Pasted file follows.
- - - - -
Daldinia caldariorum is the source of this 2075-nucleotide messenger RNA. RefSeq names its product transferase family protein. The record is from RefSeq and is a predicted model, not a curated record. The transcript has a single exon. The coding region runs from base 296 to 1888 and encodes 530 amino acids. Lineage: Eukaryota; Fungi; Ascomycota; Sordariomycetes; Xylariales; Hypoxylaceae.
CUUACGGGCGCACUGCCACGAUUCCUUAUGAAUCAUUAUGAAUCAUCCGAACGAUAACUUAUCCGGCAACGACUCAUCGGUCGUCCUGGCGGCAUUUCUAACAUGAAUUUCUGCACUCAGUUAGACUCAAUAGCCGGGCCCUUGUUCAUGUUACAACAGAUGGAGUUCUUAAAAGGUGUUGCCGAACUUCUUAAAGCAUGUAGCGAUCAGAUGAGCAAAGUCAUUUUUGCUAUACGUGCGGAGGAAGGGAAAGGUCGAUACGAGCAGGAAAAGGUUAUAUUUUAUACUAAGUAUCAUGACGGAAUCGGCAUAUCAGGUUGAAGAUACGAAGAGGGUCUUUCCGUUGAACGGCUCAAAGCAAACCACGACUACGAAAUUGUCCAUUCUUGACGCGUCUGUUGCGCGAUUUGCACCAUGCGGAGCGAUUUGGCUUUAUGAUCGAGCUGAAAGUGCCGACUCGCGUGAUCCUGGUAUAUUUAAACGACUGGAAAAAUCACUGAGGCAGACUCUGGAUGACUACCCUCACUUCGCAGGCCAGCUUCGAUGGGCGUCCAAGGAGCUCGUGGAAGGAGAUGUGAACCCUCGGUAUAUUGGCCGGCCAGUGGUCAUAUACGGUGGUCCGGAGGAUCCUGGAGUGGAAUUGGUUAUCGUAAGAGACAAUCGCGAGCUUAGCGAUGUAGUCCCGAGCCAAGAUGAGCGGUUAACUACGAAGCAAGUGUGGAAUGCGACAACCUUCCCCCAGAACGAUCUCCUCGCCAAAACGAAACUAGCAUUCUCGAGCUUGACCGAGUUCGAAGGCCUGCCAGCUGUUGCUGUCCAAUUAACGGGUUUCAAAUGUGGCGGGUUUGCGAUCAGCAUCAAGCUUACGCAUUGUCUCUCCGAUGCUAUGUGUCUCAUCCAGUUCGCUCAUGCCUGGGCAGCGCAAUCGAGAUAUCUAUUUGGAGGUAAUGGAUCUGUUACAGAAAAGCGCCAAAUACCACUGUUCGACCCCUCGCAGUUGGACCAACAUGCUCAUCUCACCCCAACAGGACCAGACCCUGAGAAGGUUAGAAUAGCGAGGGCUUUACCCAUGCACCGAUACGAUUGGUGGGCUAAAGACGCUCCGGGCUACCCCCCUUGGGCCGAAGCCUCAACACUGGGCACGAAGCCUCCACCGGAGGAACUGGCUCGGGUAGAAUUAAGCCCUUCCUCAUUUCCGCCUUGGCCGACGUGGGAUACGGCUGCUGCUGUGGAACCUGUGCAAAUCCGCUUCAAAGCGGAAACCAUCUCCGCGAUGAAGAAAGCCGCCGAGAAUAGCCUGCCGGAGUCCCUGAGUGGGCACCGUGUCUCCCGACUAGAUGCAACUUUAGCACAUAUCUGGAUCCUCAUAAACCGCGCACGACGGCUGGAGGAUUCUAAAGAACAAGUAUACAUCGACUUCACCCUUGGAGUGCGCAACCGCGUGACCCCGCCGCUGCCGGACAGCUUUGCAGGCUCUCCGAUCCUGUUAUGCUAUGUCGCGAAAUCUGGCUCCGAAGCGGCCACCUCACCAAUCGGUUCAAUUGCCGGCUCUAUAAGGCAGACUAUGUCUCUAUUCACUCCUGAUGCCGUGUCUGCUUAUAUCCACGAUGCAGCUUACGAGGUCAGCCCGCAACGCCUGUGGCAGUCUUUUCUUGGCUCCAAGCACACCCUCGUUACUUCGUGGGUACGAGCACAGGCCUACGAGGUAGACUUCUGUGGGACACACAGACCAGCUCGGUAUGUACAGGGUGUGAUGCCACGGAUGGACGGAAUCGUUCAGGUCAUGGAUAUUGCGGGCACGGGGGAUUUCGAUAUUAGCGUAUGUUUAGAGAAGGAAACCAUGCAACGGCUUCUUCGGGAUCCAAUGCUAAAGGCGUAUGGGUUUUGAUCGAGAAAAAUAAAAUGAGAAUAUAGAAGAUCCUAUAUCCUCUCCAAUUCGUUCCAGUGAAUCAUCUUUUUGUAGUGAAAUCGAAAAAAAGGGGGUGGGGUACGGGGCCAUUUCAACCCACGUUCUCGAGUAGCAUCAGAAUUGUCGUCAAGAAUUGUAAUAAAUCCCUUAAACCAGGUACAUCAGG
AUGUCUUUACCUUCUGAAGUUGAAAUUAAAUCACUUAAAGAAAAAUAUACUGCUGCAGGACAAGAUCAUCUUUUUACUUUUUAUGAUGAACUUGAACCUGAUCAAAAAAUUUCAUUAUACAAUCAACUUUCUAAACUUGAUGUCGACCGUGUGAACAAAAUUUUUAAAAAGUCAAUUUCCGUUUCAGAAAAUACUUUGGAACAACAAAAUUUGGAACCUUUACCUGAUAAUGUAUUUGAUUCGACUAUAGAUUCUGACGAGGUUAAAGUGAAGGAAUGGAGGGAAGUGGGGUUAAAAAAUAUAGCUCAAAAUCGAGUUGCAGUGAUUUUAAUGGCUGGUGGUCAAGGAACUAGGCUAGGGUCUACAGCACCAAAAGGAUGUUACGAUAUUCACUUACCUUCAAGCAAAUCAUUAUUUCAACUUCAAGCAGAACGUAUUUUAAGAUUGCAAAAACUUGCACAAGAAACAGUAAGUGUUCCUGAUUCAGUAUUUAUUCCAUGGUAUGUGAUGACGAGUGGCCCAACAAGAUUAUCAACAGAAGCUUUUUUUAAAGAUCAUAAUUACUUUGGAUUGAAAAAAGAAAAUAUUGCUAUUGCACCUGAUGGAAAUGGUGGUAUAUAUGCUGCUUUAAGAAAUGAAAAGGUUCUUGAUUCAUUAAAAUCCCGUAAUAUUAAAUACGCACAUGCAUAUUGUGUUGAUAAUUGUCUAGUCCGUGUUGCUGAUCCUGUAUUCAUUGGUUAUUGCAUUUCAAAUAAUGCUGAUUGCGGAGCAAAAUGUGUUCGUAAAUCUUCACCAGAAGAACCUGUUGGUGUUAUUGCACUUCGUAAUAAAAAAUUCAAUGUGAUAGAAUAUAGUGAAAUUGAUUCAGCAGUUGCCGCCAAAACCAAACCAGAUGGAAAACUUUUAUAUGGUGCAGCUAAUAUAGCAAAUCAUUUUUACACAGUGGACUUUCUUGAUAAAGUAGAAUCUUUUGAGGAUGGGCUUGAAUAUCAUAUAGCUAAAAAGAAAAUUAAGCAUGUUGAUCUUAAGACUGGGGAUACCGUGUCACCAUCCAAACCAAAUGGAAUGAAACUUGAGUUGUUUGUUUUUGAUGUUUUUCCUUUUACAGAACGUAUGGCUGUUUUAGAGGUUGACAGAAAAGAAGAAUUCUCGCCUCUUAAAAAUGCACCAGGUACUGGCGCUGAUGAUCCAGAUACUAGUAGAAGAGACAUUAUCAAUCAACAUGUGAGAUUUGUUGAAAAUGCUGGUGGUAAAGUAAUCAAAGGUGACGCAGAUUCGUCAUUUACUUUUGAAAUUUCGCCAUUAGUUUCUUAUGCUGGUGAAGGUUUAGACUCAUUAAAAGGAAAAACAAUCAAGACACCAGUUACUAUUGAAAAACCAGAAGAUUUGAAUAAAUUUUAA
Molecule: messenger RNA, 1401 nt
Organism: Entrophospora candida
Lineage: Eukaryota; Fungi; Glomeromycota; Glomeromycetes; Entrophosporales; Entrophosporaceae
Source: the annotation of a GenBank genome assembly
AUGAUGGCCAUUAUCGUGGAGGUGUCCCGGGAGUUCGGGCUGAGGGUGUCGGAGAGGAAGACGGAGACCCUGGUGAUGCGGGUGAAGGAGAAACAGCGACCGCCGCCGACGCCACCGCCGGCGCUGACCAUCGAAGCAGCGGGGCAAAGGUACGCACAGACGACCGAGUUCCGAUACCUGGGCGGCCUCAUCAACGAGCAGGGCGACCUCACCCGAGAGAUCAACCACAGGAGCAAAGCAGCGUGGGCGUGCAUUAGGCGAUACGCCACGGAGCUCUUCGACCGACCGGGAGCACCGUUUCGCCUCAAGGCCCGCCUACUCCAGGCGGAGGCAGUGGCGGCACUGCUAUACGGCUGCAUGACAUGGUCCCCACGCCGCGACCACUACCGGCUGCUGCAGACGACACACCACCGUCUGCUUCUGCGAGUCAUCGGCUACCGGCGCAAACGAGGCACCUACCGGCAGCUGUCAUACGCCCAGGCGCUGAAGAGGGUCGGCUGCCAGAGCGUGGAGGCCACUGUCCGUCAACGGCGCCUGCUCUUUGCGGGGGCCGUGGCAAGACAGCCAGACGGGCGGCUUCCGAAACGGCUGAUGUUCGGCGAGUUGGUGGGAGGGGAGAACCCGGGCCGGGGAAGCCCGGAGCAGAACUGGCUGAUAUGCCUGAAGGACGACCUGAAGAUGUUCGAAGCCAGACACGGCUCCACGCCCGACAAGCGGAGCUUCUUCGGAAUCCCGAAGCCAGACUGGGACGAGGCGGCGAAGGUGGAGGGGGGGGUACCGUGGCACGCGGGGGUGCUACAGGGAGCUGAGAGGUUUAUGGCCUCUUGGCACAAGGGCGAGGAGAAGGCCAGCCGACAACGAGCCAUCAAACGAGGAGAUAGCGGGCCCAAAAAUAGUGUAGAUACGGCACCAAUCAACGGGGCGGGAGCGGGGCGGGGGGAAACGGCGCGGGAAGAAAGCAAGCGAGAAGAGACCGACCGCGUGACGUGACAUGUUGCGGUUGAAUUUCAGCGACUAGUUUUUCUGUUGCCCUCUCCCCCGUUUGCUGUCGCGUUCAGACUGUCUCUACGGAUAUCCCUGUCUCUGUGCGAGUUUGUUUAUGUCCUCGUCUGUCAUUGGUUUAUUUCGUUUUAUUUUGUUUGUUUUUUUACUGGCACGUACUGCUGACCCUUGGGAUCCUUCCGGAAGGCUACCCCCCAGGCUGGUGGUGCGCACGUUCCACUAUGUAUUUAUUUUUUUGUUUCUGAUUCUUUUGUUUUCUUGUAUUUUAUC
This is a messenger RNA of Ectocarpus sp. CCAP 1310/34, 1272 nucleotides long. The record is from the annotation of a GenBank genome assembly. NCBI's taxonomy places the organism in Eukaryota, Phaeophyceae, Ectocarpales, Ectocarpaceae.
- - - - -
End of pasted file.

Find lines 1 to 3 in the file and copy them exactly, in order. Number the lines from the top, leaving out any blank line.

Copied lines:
Daldinia caldariorum is the source of this 2075-nucleotide messenger RNA. RefSeq names its product transferase family protein. The record is from RefSeq and is a predicted model, not a curated record. The transcript has a single exon. The coding region runs from base 296 to 1888 and encodes 530 amino acids. Lineage: Eukaryota; Fungi; Ascomycota; Sordariomycetes; Xylariales; Hypoxylaceae.
CUUACGGGCGCACUGCCACGAUUCCUUAUGAAUCAUUAUGAAUCAUCCGAACGAUAACUUAUCCGGCAACGACUCAUCGGUCGUCCUGGCGGCAUUUCUAACAUGAAUUUCUGCACUCAGUUAGACUCAAUAGCCGGGCCCUUGUUCAUGUUACAACAGAUGGAGUUCUUAAAAGGUGUUGCCGAACUUCUUAAAGCAUGUAGCGAUCAGAUGAGCAAAGUCAUUUUUGCUAUACGUGCGGAGGAAGGGAAAGGUCGAUACGAGCAGGAAAAGGUUAUAUUUUAUACUAAGUAUCAUGACGGAAUCGGCAUAUCAGGUUGAAGAUACGAAGAGGGUCUUUCCGUUGAACGGCUCAAAGCAAACCACGACUACGAAAUUGUCCAUUCUUGACGCGUCUGUUGCGCGAUUUGCACCAUGCGGAGCGAUUUGGCUUUAUGAUCGAGCUGAAAGUGCCGACUCGCGUGAUCCUGGUAUAUUUAAACGACUGGAAAAAUCACUGAGGCAGACUCUGGAUGACUACCCUCACUUCGCAGGCCAGCUUCGAUGGGCGUCCAAGGAGCUCGUGGAAGGAGAUGUGAACCCUCGGUAUAUUGGCCGGCCAGUGGUCAUAUACGGUGGUCCGGAGGAUCCUGGAGUGGAAUUGGUUAUCGUAAGAGACAAUCGCGAGCUUAGCGAUGUAGUCCCGAGCCAAGAUGAGCGGUUAACUACGAAGCAAGUGUGGAAUGCGACAACCUUCCCCCAGAACGAUCUCCUCGCCAAAACGAAACUAGCAUUCUCGAGCUUGACCGAGUUCGAAGGCCUGCCAGCUGUUGCUGUCCAAUUAACGGGUUUCAAAUGUGGCGGGUUUGCGAUCAGCAUCAAGCUUACGCAUUGUCUCUCCGAUGCUAUGUGUCUCAUCCAGUUCGCUCAUGCCUGGGCAGCGCAAUCGAGAUAUCUAUUUGGAGGUAAUGGAUCUGUUACAGAAAAGCGCCAAAUACCACUGUUCGACCCCUCGCAGUUGGACCAACAUGCUCAUCUCACCCCAACAGGACCAGACCCUGAGAAGGUUAGAAUAGCGAGGGCUUUACCCAUGCACCGAUACGAUUGGUGGGCUAAAGACGCUCCGGGCUACCCCCCUUGGGCCGAAGCCUCAACACUGGGCACGAAGCCUCCACCGGAGGAACUGGCUCGGGUAGAAUUAAGCCCUUCCUCAUUUCCGCCUUGGCCGACGUGGGAUACGGCUGCUGCUGUGGAACCUGUGCAAAUCCGCUUCAAAGCGGAAACCAUCUCCGCGAUGAAGAAAGCCGCCGAGAAUAGCCUGCCGGAGUCCCUGAGUGGGCACCGUGUCUCCCGACUAGAUGCAACUUUAGCACAUAUCUGGAUCCUCAUAAACCGCGCACGACGGCUGGAGGAUUCUAAAGAACAAGUAUACAUCGACUUCACCCUUGGAGUGCGCAACCGCGUGACCCCGCCGCUGCCGGACAGCUUUGCAGGCUCUCCGAUCCUGUUAUGCUAUGUCGCGAAAUCUGGCUCCGAAGCGGCCACCUCACCAAUCGGUUCAAUUGCCGGCUCUAUAAGGCAGACUAUGUCUCUAUUCACUCCUGAUGCCGUGUCUGCUUAUAUCCACGAUGCAGCUUACGAGGUCAGCCCGCAACGCCUGUGGCAGUCUUUUCUUGGCUCCAAGCACACCCUCGUUACUUCGUGGGUACGAGCACAGGCCUACGAGGUAGACUUCUGUGGGACACACAGACCAGCUCGGUAUGUACAGGGUGUGAUGCCACGGAUGGACGGAAUCGUUCAGGUCAUGGAUAUUGCGGGCACGGGGGAUUUCGAUAUUAGCGUAUGUUUAGAGAAGGAAACCAUGCAACGGCUUCUUCGGGAUCCAAUGCUAAAGGCGUAUGGGUUUUGAUCGAGAAAAAUAAAAUGAGAAUAUAGAAGAUCCUAUAUCCUCUCCAAUUCGUUCCAGUGAAUCAUCUUUUUGUAGUGAAAUCGAAAAAAAGGGGGUGGGGUACGGGGCCAUUUCAACCCACGUUCUCGAGUAGCAUCAGAAUUGUCGUCAAGAAUUGUAAUAAAUCCCUUAAACCAGGUACAUCAGG
AUGUCUUUACCUUCUGAAGUUGAAAUUAAAUCACUUAAAGAAAAAUAUACUGCUGCAGGACAAGAUCAUCUUUUUACUUUUUAUGAUGAACUUGAACCUGAUCAAAAAAUUUCAUUAUACAAUCAACUUUCUAAACUUGAUGUCGACCGUGUGAACAAAAUUUUUAAAAAGUCAAUUUCCGUUUCAGAAAAUACUUUGGAACAACAAAAUUUGGAACCUUUACCUGAUAAUGUAUUUGAUUCGACUAUAGAUUCUGACGAGGUUAAAGUGAAGGAAUGGAGGGAAGUGGGGUUAAAAAAUAUAGCUCAAAAUCGAGUUGCAGUGAUUUUAAUGGCUGGUGGUCAAGGAACUAGGCUAGGGUCUACAGCACCAAAAGGAUGUUACGAUAUUCACUUACCUUCAAGCAAAUCAUUAUUUCAACUUCAAGCAGAACGUAUUUUAAGAUUGCAAAAACUUGCACAAGAAACAGUAAGUGUUCCUGAUUCAGUAUUUAUUCCAUGGUAUGUGAUGACGAGUGGCCCAACAAGAUUAUCAACAGAAGCUUUUUUUAAAGAUCAUAAUUACUUUGGAUUGAAAAAAGAAAAUAUUGCUAUUGCACCUGAUGGAAAUGGUGGUAUAUAUGCUGCUUUAAGAAAUGAAAAGGUUCUUGAUUCAUUAAAAUCCCGUAAUAUUAAAUACGCACAUGCAUAUUGUGUUGAUAAUUGUCUAGUCCGUGUUGCUGAUCCUGUAUUCAUUGGUUAUUGCAUUUCAAAUAAUGCUGAUUGCGGAGCAAAAUGUGUUCGUAAAUCUUCACCAGAAGAACCUGUUGGUGUUAUUGCACUUCGUAAUAAAAAAUUCAAUGUGAUAGAAUAUAGUGAAAUUGAUUCAGCAGUUGCCGCCAAAACCAAACCAGAUGGAAAACUUUUAUAUGGUGCAGCUAAUAUAGCAAAUCAUUUUUACACAGUGGACUUUCUUGAUAAAGUAGAAUCUUUUGAGGAUGGGCUUGAAUAUCAUAUAGCUAAAAAGAAAAUUAAGCAUGUUGAUCUUAAGACUGGGGAUACCGUGUCACCAUCCAAACCAAAUGGAAUGAAACUUGAGUUGUUUGUUUUUGAUGUUUUUCCUUUUACAGAACGUAUGGCUGUUUUAGAGGUUGACAGAAAAGAAGAAUUCUCGCCUCUUAAAAAUGCACCAGGUACUGGCGCUGAUGAUCCAGAUACUAGUAGAAGAGACAUUAUCAAUCAACAUGUGAGAUUUGUUGAAAAUGCUGGUGGUAAAGUAAUCAAAGGUGACGCAGAUUCGUCAUUUACUUUUGAAAUUUCGCCAUUAGUUUCUUAUGCUGGUGAAGGUUUAGACUCAUUAAAAGGAAAAACAAUCAAGACACCAGUUACUAUUGAAAAACCAGAAGAUUUGAAUAAAUUUUAA